OnEarth’s Susan Cosier was upset to find that the Christmas lights her kid had been playing with were covered in toxic lead:

Sure, I’m aware that our everyday environment is full of toxic chemicals … But on Christmas lights? Really?

Yup, really, it turns out:

[L]ead is applied to the polyvinylchloride (PVC) wire covering to keep the plastic from cracking. It’s also a flame retardant. Not all brands are suspect, but an awful lot are. In a 2008 study published in the Journal of Environmental Health, researchers from Cornell University tested 10 light sets and found lead on all of them, at levels that surpassed the Environmental Protection Agency’s limit for windowsills and floors.

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We’re just going to go out on a fir-tree-limb here and say that, just because a mass-manufactured product is meant for a holiday associated with joy and goodwill towards fellow men (and maybe even women), that doesn’t mean it’s magically free of all the normal problems with mass-manufactured goods. But it still sort of sucks that the world’s not a better place, where twinkling lights are relatively free of lead.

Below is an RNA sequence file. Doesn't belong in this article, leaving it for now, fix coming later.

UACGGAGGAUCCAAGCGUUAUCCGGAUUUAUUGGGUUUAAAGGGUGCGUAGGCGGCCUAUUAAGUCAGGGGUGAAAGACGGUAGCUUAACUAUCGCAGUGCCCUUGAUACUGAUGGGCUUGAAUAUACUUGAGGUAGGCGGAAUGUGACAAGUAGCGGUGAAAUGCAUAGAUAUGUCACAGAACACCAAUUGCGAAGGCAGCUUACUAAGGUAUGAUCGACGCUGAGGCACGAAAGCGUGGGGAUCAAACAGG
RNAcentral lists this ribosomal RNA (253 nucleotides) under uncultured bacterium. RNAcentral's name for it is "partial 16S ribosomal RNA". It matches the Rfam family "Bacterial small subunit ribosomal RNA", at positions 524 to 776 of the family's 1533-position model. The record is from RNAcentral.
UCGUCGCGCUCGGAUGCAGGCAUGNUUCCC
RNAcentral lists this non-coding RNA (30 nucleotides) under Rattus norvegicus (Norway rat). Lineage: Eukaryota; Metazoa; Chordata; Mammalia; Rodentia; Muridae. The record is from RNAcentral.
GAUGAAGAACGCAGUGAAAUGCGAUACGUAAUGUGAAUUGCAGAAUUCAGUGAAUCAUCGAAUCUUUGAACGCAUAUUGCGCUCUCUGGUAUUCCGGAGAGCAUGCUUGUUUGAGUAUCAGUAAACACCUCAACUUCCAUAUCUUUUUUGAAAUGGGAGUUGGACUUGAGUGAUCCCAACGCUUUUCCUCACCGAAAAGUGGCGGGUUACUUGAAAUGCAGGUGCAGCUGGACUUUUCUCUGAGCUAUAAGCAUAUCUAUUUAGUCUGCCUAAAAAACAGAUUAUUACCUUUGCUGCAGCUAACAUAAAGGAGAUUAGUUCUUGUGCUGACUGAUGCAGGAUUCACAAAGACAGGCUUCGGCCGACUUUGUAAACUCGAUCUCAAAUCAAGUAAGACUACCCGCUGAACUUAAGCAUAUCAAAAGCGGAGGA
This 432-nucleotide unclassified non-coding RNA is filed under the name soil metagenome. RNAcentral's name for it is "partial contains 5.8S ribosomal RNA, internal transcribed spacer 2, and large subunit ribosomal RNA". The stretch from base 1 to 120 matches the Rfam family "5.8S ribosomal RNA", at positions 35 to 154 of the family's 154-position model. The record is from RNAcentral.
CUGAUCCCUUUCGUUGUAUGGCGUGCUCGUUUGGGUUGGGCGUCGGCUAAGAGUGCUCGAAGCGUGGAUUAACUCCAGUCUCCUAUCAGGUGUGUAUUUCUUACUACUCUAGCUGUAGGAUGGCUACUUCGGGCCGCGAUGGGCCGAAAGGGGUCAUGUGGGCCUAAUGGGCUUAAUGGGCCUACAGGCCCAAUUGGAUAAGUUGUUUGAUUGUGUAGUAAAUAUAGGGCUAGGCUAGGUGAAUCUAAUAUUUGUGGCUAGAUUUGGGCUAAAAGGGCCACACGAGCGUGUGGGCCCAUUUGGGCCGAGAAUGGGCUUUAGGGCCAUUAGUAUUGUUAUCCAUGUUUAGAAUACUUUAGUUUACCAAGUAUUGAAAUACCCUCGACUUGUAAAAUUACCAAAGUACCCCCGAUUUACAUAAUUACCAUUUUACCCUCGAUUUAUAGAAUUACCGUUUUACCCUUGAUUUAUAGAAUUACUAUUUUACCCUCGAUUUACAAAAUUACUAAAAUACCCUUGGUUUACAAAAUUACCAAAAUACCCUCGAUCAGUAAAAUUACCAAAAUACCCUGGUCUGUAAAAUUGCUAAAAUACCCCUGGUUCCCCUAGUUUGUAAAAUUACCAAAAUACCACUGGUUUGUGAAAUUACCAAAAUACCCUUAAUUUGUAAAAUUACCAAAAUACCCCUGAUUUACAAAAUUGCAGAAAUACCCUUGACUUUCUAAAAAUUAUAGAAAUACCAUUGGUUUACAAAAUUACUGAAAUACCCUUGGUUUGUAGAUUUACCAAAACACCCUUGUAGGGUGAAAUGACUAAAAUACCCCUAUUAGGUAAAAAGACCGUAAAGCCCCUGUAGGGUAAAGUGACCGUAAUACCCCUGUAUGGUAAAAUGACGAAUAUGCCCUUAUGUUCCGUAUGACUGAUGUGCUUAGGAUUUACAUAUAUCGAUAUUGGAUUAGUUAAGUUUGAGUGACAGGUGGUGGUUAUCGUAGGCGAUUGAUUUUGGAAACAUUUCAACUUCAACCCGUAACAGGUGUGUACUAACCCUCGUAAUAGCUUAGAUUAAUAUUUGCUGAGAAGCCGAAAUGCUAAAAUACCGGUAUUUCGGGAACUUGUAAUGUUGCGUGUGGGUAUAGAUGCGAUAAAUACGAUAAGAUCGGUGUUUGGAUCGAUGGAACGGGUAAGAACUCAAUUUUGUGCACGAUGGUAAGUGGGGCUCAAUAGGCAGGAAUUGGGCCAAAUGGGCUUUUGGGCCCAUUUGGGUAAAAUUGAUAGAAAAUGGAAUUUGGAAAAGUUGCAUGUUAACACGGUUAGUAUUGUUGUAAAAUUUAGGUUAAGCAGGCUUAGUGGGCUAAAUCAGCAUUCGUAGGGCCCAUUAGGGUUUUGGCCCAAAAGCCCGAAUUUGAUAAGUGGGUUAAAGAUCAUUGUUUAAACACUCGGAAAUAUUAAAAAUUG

But according to Cosier, that place does exist. It’s called Europe.

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